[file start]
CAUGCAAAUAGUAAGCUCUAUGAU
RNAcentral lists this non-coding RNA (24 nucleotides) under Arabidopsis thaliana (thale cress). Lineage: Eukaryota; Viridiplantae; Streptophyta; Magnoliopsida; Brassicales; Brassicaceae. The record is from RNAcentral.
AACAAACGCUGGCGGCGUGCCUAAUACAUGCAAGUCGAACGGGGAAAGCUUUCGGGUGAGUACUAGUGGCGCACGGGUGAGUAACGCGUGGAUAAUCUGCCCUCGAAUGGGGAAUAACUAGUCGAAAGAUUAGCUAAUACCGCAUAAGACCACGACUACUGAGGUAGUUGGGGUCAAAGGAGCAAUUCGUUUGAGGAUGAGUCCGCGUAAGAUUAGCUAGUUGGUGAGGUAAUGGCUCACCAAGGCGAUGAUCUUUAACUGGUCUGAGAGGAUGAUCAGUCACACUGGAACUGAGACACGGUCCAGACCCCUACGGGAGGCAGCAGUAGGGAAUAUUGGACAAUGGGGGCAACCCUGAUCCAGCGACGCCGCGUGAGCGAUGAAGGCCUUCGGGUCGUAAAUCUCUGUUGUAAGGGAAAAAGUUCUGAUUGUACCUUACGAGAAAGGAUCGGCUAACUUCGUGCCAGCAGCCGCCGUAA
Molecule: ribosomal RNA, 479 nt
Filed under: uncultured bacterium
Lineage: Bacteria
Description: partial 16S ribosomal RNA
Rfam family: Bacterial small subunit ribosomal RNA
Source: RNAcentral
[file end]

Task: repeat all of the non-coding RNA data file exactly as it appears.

CAUGCAAAUAGUAAGCUCUAUGAU
RNAcentral lists this non-coding RNA (24 nucleotides) under Arabidopsis thaliana (thale cress). Lineage: Eukaryota; Viridiplantae; Streptophyta; Magnoliopsida; Brassicales; Brassicaceae. The record is from RNAcentral.
AACAAACGCUGGCGGCGUGCCUAAUACAUGCAAGUCGAACGGGGAAAGCUUUCGGGUGAGUACUAGUGGCGCACGGGUGAGUAACGCGUGGAUAAUCUGCCCUCGAAUGGGGAAUAACUAGUCGAAAGAUUAGCUAAUACCGCAUAAGACCACGACUACUGAGGUAGUUGGGGUCAAAGGAGCAAUUCGUUUGAGGAUGAGUCCGCGUAAGAUUAGCUAGUUGGUGAGGUAAUGGCUCACCAAGGCGAUGAUCUUUAACUGGUCUGAGAGGAUGAUCAGUCACACUGGAACUGAGACACGGUCCAGACCCCUACGGGAGGCAGCAGUAGGGAAUAUUGGACAAUGGGGGCAACCCUGAUCCAGCGACGCCGCGUGAGCGAUGAAGGCCUUCGGGUCGUAAAUCUCUGUUGUAAGGGAAAAAGUUCUGAUUGUACCUUACGAGAAAGGAUCGGCUAACUUCGUGCCAGCAGCCGCCGUAA
Molecule: ribosomal RNA, 479 nt
Filed under: uncultured bacterium
Lineage: Bacteria
Description: partial 16S ribosomal RNA
Rfam family: Bacterial small subunit ribosomal RNA
Source: RNAcentral